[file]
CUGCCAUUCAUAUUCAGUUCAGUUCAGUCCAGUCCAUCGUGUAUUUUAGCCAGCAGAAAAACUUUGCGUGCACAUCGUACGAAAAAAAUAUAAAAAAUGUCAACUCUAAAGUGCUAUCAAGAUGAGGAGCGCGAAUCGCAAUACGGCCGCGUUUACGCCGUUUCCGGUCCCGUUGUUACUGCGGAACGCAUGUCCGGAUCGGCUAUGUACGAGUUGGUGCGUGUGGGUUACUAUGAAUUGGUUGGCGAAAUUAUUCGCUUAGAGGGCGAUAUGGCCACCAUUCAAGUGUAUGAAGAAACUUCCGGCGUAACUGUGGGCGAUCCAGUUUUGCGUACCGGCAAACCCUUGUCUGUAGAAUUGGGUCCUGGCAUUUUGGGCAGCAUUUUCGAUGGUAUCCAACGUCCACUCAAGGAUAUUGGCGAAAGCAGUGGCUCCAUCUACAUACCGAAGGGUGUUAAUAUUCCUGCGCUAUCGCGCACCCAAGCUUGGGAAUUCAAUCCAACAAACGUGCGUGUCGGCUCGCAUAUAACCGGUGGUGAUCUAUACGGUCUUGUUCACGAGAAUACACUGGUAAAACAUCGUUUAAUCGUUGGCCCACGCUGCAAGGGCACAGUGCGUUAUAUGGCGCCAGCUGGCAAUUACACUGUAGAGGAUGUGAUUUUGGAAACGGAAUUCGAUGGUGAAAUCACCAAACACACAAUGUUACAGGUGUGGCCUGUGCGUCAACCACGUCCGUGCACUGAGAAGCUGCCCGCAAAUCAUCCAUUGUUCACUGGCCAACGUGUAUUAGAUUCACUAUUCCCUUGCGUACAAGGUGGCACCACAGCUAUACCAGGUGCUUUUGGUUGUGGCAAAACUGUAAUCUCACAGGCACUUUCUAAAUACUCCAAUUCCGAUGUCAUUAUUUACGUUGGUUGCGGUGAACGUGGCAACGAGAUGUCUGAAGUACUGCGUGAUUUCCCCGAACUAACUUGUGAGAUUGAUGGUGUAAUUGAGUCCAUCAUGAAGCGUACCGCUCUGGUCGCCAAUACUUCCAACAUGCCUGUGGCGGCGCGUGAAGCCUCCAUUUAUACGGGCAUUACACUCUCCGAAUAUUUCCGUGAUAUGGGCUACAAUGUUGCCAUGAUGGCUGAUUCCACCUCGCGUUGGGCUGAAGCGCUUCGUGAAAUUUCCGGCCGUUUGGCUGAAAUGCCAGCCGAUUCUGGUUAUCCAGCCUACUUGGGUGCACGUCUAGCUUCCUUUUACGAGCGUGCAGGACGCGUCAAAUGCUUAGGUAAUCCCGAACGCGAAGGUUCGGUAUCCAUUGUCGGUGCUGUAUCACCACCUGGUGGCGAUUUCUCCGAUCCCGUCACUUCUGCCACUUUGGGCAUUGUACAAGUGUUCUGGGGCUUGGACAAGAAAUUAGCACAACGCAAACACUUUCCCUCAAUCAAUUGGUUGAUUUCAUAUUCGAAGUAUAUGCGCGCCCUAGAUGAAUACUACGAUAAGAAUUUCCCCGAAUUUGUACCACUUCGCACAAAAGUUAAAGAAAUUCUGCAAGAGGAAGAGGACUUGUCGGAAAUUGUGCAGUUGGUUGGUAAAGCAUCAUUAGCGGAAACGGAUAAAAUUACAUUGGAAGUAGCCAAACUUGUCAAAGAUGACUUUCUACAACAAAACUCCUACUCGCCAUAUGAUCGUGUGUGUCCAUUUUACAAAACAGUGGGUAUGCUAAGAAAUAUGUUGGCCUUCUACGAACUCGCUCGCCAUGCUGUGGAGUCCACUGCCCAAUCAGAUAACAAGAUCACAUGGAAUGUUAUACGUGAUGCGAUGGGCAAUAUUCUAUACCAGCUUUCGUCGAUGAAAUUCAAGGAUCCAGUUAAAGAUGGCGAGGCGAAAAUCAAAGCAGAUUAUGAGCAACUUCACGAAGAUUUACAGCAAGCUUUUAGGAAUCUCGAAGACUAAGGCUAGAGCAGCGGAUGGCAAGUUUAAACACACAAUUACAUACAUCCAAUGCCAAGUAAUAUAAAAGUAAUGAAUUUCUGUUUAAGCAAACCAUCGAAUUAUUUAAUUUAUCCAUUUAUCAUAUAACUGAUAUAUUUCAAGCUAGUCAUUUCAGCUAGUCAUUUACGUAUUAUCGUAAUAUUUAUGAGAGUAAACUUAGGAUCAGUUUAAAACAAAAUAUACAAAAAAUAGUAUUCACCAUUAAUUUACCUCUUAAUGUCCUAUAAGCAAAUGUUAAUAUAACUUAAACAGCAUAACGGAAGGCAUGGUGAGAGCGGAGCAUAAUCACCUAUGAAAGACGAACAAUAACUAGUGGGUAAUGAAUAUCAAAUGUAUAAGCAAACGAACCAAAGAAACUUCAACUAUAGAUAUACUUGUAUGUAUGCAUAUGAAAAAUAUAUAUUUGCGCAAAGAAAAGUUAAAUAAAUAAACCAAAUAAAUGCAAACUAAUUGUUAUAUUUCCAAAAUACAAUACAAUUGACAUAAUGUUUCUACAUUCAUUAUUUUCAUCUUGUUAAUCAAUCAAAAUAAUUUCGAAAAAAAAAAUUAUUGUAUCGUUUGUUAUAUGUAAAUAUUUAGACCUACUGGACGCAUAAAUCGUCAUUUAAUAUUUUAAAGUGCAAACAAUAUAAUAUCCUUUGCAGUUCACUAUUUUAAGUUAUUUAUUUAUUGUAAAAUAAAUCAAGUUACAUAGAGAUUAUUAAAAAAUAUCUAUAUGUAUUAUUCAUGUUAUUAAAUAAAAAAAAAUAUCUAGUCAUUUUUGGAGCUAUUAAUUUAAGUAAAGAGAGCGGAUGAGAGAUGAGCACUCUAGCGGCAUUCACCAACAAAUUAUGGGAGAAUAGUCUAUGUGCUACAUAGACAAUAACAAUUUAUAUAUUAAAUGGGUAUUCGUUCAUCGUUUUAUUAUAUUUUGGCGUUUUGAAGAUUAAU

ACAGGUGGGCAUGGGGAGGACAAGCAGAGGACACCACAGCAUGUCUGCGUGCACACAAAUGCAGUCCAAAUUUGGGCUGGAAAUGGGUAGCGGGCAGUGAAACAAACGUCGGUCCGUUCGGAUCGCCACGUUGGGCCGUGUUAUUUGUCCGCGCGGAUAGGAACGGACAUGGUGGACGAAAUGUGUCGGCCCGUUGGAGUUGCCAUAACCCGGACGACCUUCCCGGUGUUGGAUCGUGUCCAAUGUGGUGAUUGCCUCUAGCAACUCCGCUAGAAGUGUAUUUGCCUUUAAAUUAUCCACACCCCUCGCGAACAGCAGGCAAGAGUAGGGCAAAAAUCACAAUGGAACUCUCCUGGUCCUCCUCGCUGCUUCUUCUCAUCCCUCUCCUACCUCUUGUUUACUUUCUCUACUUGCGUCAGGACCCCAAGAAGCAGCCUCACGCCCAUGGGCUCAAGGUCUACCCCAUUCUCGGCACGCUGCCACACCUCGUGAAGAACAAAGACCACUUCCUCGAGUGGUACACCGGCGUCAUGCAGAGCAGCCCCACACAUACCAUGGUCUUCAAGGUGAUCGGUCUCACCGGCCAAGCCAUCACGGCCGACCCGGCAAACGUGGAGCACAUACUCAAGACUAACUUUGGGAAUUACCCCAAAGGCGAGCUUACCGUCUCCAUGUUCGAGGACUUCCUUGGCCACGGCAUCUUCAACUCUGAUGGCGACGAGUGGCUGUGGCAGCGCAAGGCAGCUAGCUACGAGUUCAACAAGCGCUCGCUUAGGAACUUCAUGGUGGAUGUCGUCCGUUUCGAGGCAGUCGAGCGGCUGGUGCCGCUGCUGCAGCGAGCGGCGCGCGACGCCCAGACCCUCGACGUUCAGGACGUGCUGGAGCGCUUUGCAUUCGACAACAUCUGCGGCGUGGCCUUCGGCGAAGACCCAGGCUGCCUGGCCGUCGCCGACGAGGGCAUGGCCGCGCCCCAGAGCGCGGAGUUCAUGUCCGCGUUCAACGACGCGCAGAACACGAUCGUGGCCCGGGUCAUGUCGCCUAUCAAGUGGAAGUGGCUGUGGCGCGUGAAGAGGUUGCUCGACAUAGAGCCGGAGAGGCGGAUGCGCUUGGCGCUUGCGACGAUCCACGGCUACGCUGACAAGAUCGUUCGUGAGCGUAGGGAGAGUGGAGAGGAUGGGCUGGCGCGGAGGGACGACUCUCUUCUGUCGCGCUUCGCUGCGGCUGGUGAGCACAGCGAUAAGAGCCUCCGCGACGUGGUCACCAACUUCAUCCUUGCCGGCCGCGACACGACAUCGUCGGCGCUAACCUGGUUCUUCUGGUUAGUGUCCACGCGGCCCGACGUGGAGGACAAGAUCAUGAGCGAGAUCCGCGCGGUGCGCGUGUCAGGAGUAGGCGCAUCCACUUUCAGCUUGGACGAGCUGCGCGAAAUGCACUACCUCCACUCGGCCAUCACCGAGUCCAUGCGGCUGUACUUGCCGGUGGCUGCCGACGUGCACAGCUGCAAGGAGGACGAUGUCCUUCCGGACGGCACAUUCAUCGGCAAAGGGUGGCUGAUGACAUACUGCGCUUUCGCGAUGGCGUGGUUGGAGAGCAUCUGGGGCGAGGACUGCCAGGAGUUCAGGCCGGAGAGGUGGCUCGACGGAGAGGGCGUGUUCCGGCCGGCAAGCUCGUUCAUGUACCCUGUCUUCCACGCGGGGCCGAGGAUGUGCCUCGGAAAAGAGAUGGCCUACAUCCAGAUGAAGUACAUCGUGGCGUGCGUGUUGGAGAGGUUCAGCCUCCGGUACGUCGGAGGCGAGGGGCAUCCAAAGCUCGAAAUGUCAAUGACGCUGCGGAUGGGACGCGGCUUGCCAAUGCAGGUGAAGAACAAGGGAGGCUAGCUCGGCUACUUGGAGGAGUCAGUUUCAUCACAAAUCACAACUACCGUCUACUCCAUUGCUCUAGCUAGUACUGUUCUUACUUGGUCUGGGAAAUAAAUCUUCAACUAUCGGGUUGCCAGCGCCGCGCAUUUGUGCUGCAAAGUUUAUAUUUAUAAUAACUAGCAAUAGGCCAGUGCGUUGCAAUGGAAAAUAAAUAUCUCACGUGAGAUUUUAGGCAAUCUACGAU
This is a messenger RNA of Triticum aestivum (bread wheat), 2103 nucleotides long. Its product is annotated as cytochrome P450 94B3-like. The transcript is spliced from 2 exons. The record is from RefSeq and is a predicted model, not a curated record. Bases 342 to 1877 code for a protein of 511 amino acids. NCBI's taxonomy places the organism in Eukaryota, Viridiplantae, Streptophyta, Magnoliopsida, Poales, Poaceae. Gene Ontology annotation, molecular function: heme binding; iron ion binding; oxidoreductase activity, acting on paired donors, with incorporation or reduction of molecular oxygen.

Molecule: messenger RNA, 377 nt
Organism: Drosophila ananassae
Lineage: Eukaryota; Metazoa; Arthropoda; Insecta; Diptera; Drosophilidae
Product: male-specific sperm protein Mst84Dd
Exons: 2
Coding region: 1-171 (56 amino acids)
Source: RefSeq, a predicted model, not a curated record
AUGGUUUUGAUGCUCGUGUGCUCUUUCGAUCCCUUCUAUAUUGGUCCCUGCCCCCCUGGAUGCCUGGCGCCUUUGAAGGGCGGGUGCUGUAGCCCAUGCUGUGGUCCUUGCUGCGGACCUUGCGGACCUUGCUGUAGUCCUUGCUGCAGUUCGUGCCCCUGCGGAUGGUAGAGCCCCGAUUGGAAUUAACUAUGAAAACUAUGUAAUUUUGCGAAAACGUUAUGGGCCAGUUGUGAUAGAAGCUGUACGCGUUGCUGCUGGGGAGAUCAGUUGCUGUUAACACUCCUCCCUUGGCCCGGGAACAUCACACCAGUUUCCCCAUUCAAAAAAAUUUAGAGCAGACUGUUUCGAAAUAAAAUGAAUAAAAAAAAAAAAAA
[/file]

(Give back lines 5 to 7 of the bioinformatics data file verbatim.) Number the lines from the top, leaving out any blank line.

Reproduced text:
Organism: Drosophila ananassae
Lineage: Eukaryota; Metazoa; Arthropoda; Insecta; Diptera; Drosophilidae
Product: male-specific sperm protein Mst84Dd